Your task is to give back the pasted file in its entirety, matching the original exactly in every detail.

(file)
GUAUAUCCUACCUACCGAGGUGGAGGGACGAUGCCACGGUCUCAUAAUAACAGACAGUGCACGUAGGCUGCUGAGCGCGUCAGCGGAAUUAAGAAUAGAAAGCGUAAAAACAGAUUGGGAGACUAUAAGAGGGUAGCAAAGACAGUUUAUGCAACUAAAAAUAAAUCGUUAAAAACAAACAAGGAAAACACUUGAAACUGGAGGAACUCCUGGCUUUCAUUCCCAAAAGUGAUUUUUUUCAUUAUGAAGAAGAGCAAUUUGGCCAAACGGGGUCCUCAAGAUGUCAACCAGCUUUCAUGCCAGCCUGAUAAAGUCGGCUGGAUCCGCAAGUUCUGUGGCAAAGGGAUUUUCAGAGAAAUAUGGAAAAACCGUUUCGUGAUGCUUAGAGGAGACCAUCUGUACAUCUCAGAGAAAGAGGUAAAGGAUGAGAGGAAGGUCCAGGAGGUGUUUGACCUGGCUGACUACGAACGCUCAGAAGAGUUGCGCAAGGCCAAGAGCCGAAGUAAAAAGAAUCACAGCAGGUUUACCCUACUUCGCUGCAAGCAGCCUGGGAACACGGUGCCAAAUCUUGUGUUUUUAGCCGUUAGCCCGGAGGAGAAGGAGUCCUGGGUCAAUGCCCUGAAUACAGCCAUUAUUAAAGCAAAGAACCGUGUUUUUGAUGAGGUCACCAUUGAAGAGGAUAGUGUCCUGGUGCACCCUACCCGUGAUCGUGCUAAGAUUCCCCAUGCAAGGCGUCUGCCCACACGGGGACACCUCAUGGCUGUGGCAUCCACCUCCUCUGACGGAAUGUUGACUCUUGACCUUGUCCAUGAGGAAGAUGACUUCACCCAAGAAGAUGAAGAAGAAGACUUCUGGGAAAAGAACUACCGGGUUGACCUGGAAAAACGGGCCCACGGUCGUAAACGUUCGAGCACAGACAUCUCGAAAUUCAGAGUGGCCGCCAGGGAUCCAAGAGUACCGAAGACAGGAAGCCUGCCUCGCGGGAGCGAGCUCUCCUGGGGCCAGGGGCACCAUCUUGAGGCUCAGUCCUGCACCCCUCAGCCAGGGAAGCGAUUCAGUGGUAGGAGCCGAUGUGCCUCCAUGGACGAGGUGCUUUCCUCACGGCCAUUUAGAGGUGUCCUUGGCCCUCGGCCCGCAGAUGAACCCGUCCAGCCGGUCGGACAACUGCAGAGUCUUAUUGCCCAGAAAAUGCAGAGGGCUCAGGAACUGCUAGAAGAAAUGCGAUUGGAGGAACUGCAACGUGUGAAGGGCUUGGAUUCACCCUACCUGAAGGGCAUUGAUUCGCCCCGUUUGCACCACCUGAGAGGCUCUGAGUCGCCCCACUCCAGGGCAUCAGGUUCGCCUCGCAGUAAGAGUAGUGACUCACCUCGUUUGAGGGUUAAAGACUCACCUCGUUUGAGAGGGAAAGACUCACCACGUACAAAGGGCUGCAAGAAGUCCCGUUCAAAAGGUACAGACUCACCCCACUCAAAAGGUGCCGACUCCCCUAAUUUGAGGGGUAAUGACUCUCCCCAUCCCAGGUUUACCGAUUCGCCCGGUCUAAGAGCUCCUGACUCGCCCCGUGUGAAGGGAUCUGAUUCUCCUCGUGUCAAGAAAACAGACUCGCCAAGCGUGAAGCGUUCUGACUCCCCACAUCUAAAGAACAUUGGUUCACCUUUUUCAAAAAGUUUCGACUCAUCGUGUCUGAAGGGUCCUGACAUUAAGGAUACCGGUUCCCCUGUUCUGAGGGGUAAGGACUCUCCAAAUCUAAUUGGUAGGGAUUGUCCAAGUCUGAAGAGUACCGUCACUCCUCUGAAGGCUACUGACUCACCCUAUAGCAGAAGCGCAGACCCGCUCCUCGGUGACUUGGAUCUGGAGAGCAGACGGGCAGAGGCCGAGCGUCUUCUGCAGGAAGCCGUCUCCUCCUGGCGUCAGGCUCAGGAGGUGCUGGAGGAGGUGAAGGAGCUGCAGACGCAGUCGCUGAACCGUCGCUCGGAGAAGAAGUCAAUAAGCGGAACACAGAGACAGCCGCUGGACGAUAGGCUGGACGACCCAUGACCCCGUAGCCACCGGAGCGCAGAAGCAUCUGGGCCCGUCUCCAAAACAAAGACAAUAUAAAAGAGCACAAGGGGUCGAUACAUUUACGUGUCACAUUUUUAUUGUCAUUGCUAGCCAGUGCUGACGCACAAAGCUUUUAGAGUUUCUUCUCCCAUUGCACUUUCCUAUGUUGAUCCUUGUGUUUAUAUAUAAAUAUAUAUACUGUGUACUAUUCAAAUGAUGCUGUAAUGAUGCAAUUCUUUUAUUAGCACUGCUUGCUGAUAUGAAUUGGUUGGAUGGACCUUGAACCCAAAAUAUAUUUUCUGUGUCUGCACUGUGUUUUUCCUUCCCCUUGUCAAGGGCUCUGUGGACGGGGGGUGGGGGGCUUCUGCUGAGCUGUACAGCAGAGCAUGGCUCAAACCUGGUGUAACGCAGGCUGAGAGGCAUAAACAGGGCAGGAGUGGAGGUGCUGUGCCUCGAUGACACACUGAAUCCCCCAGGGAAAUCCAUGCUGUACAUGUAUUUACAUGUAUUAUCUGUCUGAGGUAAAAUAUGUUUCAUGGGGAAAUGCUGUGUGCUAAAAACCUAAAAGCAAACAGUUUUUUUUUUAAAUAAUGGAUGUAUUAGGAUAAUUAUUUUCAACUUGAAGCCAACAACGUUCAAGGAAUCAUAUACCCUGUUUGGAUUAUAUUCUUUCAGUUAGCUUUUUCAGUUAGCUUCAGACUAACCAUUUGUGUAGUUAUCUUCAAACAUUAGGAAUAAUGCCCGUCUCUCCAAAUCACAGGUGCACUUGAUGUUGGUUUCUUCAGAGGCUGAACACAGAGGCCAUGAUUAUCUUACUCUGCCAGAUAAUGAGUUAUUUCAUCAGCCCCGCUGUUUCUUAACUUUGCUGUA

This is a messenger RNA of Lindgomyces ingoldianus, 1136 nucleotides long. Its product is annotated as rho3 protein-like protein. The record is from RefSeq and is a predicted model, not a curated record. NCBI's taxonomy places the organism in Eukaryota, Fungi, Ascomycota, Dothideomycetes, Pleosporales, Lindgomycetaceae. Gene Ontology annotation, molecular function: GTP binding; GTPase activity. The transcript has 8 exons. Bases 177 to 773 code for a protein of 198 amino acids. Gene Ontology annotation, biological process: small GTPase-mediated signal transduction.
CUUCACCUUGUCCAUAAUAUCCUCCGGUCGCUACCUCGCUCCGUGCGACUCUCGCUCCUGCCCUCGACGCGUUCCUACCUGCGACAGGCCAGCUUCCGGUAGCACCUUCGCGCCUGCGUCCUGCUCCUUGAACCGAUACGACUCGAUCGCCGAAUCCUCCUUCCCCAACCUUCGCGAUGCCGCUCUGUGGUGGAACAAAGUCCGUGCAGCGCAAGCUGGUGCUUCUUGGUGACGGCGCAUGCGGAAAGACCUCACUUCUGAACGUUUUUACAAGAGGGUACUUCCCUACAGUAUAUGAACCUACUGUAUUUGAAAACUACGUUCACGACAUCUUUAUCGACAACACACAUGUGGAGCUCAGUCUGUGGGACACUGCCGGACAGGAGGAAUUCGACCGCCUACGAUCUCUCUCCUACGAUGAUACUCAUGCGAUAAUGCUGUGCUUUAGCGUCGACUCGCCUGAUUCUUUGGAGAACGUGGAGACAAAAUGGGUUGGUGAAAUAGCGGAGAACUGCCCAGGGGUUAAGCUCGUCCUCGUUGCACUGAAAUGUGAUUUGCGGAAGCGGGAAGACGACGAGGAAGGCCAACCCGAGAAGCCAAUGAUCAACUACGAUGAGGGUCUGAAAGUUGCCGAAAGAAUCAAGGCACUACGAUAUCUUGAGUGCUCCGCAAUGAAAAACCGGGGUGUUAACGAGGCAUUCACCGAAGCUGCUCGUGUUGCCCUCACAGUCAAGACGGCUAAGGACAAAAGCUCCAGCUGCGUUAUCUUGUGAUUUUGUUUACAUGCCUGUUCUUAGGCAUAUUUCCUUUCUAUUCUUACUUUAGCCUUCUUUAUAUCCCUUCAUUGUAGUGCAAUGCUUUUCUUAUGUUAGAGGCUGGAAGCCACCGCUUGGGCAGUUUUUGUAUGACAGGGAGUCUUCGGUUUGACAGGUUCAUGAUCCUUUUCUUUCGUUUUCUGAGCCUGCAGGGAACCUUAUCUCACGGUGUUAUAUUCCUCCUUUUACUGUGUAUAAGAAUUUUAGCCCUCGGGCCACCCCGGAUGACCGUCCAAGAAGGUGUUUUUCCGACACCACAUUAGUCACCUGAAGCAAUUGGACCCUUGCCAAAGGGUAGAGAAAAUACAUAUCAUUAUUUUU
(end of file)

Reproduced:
GUAUAUCCUACCUACCGAGGUGGAGGGACGAUGCCACGGUCUCAUAAUAACAGACAGUGCACGUAGGCUGCUGAGCGCGUCAGCGGAAUUAAGAAUAGAAAGCGUAAAAACAGAUUGGGAGACUAUAAGAGGGUAGCAAAGACAGUUUAUGCAACUAAAAAUAAAUCGUUAAAAACAAACAAGGAAAACACUUGAAACUGGAGGAACUCCUGGCUUUCAUUCCCAAAAGUGAUUUUUUUCAUUAUGAAGAAGAGCAAUUUGGCCAAACGGGGUCCUCAAGAUGUCAACCAGCUUUCAUGCCAGCCUGAUAAAGUCGGCUGGAUCCGCAAGUUCUGUGGCAAAGGGAUUUUCAGAGAAAUAUGGAAAAACCGUUUCGUGAUGCUUAGAGGAGACCAUCUGUACAUCUCAGAGAAAGAGGUAAAGGAUGAGAGGAAGGUCCAGGAGGUGUUUGACCUGGCUGACUACGAACGCUCAGAAGAGUUGCGCAAGGCCAAGAGCCGAAGUAAAAAGAAUCACAGCAGGUUUACCCUACUUCGCUGCAAGCAGCCUGGGAACACGGUGCCAAAUCUUGUGUUUUUAGCCGUUAGCCCGGAGGAGAAGGAGUCCUGGGUCAAUGCCCUGAAUACAGCCAUUAUUAAAGCAAAGAACCGUGUUUUUGAUGAGGUCACCAUUGAAGAGGAUAGUGUCCUGGUGCACCCUACCCGUGAUCGUGCUAAGAUUCCCCAUGCAAGGCGUCUGCCCACACGGGGACACCUCAUGGCUGUGGCAUCCACCUCCUCUGACGGAAUGUUGACUCUUGACCUUGUCCAUGAGGAAGAUGACUUCACCCAAGAAGAUGAAGAAGAAGACUUCUGGGAAAAGAACUACCGGGUUGACCUGGAAAAACGGGCCCACGGUCGUAAACGUUCGAGCACAGACAUCUCGAAAUUCAGAGUGGCCGCCAGGGAUCCAAGAGUACCGAAGACAGGAAGCCUGCCUCGCGGGAGCGAGCUCUCCUGGGGCCAGGGGCACCAUCUUGAGGCUCAGUCCUGCACCCCUCAGCCAGGGAAGCGAUUCAGUGGUAGGAGCCGAUGUGCCUCCAUGGACGAGGUGCUUUCCUCACGGCCAUUUAGAGGUGUCCUUGGCCCUCGGCCCGCAGAUGAACCCGUCCAGCCGGUCGGACAACUGCAGAGUCUUAUUGCCCAGAAAAUGCAGAGGGCUCAGGAACUGCUAGAAGAAAUGCGAUUGGAGGAACUGCAACGUGUGAAGGGCUUGGAUUCACCCUACCUGAAGGGCAUUGAUUCGCCCCGUUUGCACCACCUGAGAGGCUCUGAGUCGCCCCACUCCAGGGCAUCAGGUUCGCCUCGCAGUAAGAGUAGUGACUCACCUCGUUUGAGGGUUAAAGACUCACCUCGUUUGAGAGGGAAAGACUCACCACGUACAAAGGGCUGCAAGAAGUCCCGUUCAAAAGGUACAGACUCACCCCACUCAAAAGGUGCCGACUCCCCUAAUUUGAGGGGUAAUGACUCUCCCCAUCCCAGGUUUACCGAUUCGCCCGGUCUAAGAGCUCCUGACUCGCCCCGUGUGAAGGGAUCUGAUUCUCCUCGUGUCAAGAAAACAGACUCGCCAAGCGUGAAGCGUUCUGACUCCCCACAUCUAAAGAACAUUGGUUCACCUUUUUCAAAAAGUUUCGACUCAUCGUGUCUGAAGGGUCCUGACAUUAAGGAUACCGGUUCCCCUGUUCUGAGGGGUAAGGACUCUCCAAAUCUAAUUGGUAGGGAUUGUCCAAGUCUGAAGAGUACCGUCACUCCUCUGAAGGCUACUGACUCACCCUAUAGCAGAAGCGCAGACCCGCUCCUCGGUGACUUGGAUCUGGAGAGCAGACGGGCAGAGGCCGAGCGUCUUCUGCAGGAAGCCGUCUCCUCCUGGCGUCAGGCUCAGGAGGUGCUGGAGGAGGUGAAGGAGCUGCAGACGCAGUCGCUGAACCGUCGCUCGGAGAAGAAGUCAAUAAGCGGAACACAGAGACAGCCGCUGGACGAUAGGCUGGACGACCCAUGACCCCGUAGCCACCGGAGCGCAGAAGCAUCUGGGCCCGUCUCCAAAACAAAGACAAUAUAAAAGAGCACAAGGGGUCGAUACAUUUACGUGUCACAUUUUUAUUGUCAUUGCUAGCCAGUGCUGACGCACAAAGCUUUUAGAGUUUCUUCUCCCAUUGCACUUUCCUAUGUUGAUCCUUGUGUUUAUAUAUAAAUAUAUAUACUGUGUACUAUUCAAAUGAUGCUGUAAUGAUGCAAUUCUUUUAUUAGCACUGCUUGCUGAUAUGAAUUGGUUGGAUGGACCUUGAACCCAAAAUAUAUUUUCUGUGUCUGCACUGUGUUUUUCCUUCCCCUUGUCAAGGGCUCUGUGGACGGGGGGUGGGGGGCUUCUGCUGAGCUGUACAGCAGAGCAUGGCUCAAACCUGGUGUAACGCAGGCUGAGAGGCAUAAACAGGGCAGGAGUGGAGGUGCUGUGCCUCGAUGACACACUGAAUCCCCCAGGGAAAUCCAUGCUGUACAUGUAUUUACAUGUAUUAUCUGUCUGAGGUAAAAUAUGUUUCAUGGGGAAAUGCUGUGUGCUAAAAACCUAAAAGCAAACAGUUUUUUUUUUAAAUAAUGGAUGUAUUAGGAUAAUUAUUUUCAACUUGAAGCCAACAACGUUCAAGGAAUCAUAUACCCUGUUUGGAUUAUAUUCUUUCAGUUAGCUUUUUCAGUUAGCUUCAGACUAACCAUUUGUGUAGUUAUCUUCAAACAUUAGGAAUAAUGCCCGUCUCUCCAAAUCACAGGUGCACUUGAUGUUGGUUUCUUCAGAGGCUGAACACAGAGGCCAUGAUUAUCUUACUCUGCCAGAUAAUGAGUUAUUUCAUCAGCCCCGCUGUUUCUUAACUUUGCUGUA

This is a messenger RNA of Lindgomyces ingoldianus, 1136 nucleotides long. Its product is annotated as rho3 protein-like protein. The record is from RefSeq and is a predicted model, not a curated record. NCBI's taxonomy places the organism in Eukaryota, Fungi, Ascomycota, Dothideomycetes, Pleosporales, Lindgomycetaceae. Gene Ontology annotation, molecular function: GTP binding; GTPase activity. The transcript has 8 exons. Bases 177 to 773 code for a protein of 198 amino acids. Gene Ontology annotation, biological process: small GTPase-mediated signal transduction.
CUUCACCUUGUCCAUAAUAUCCUCCGGUCGCUACCUCGCUCCGUGCGACUCUCGCUCCUGCCCUCGACGCGUUCCUACCUGCGACAGGCCAGCUUCCGGUAGCACCUUCGCGCCUGCGUCCUGCUCCUUGAACCGAUACGACUCGAUCGCCGAAUCCUCCUUCCCCAACCUUCGCGAUGCCGCUCUGUGGUGGAACAAAGUCCGUGCAGCGCAAGCUGGUGCUUCUUGGUGACGGCGCAUGCGGAAAGACCUCACUUCUGAACGUUUUUACAAGAGGGUACUUCCCUACAGUAUAUGAACCUACUGUAUUUGAAAACUACGUUCACGACAUCUUUAUCGACAACACACAUGUGGAGCUCAGUCUGUGGGACACUGCCGGACAGGAGGAAUUCGACCGCCUACGAUCUCUCUCCUACGAUGAUACUCAUGCGAUAAUGCUGUGCUUUAGCGUCGACUCGCCUGAUUCUUUGGAGAACGUGGAGACAAAAUGGGUUGGUGAAAUAGCGGAGAACUGCCCAGGGGUUAAGCUCGUCCUCGUUGCACUGAAAUGUGAUUUGCGGAAGCGGGAAGACGACGAGGAAGGCCAACCCGAGAAGCCAAUGAUCAACUACGAUGAGGGUCUGAAAGUUGCCGAAAGAAUCAAGGCACUACGAUAUCUUGAGUGCUCCGCAAUGAAAAACCGGGGUGUUAACGAGGCAUUCACCGAAGCUGCUCGUGUUGCCCUCACAGUCAAGACGGCUAAGGACAAAAGCUCCAGCUGCGUUAUCUUGUGAUUUUGUUUACAUGCCUGUUCUUAGGCAUAUUUCCUUUCUAUUCUUACUUUAGCCUUCUUUAUAUCCCUUCAUUGUAGUGCAAUGCUUUUCUUAUGUUAGAGGCUGGAAGCCACCGCUUGGGCAGUUUUUGUAUGACAGGGAGUCUUCGGUUUGACAGGUUCAUGAUCCUUUUCUUUCGUUUUCUGAGCCUGCAGGGAACCUUAUCUCACGGUGUUAUAUUCCUCCUUUUACUGUGUAUAAGAAUUUUAGCCCUCGGGCCACCCCGGAUGACCGUCCAAGAAGGUGUUUUUCCGACACCACAUUAGUCACCUGAAGCAAUUGGACCCUUGCCAAAGGGUAGAGAAAAUACAUAUCAUUAUUUUU